Change has to come also from within to end evil of dowry: Supreme Court

Image for representational purposes only | Photo Credit: SREEJITH. R. KUMAR
Krishnadas Rajagopal NEW DELHI: 06 December 2021 13:20 IST
Updated: 06 December 2021 13:20 IST

The Supreme Court requested the Law Commission of India to take a ‘fresh look’ to bring ‘more teeth’ to the law against dowry.

The Supreme Court on December 6 said not just laws but people had to also change from within and learn to treat a woman with respect for the social evil of dowry to be vanquished once and for all.

A Bench led by Justice D.Y. Chandrachud was responding to a petition that dowry persisted despite draconian criminal law provisions introduced in the Indian Penal Code, a new law in the form of the Dowry Prohibition Act of 1961 and the formation of the National Commission for Women.

Advocate V.K. Biju, appearing for petitioners from Kerala, said the influence of dowry was so pervasive, even in the most literate State in the country, that young women were killed for gold by the husband’s family. He narrated how thick gold jewellery adorned women at weddings, objectifying them.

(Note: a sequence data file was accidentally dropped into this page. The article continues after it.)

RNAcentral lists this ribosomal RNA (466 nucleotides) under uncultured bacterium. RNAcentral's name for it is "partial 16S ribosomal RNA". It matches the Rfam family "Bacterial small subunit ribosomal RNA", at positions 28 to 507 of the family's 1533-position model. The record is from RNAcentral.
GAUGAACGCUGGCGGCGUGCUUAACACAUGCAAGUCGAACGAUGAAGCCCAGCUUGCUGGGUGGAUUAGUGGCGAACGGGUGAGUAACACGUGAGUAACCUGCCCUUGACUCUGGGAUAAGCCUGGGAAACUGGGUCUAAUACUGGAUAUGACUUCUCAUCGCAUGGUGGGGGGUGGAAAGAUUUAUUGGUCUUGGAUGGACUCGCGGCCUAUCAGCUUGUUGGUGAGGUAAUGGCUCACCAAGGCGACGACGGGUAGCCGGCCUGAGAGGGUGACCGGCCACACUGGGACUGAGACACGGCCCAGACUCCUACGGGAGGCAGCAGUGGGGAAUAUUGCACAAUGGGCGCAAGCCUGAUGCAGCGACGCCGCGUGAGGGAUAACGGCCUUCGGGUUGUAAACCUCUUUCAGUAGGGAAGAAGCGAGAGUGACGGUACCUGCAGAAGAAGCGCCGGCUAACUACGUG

‘Pre-marriage’ courses

The petitioners even suggested compulsory “pre-marriage” courses for couples to warn and create awareness against dowry. These courses should be made a mandatory pre-condition for a valid marriage.

“India does not just reside in the cities of Kochi, but also in small villages. Where will personnel and facilities for holding such sessions be found... Very serious consequences will follow if they do not take these pre-marriage courses,” Justice Chandrachud observed.

Mr. Biju highlighted how dowry continued to ravage society and the lives of innocent young women despite the existence of strict laws against it.

“Change also has to come from within... There has to be an understanding about the basic social value of marriage... How a woman, newly married, should be treated...” Justice Chandrachud observed.

The Supreme Court requested the Law Commission of India to take a “fresh look” to bring “more teeth” to the law against dowry.

The Bench, also comprising Justice A.S. Bopanna, said the court could not craft legislative reforms.

The process of a relook at the law and what measures should be introduced to support the existing anti-dowry laws could be done more speedily if it started with the Law Commission, the court said.

The Bench asked the Law Commission to look at the issue “in all its perspectives”. The petitioners have been asked to file a research note on the “relevant aspects which require further legislative reforms” in dowry cases.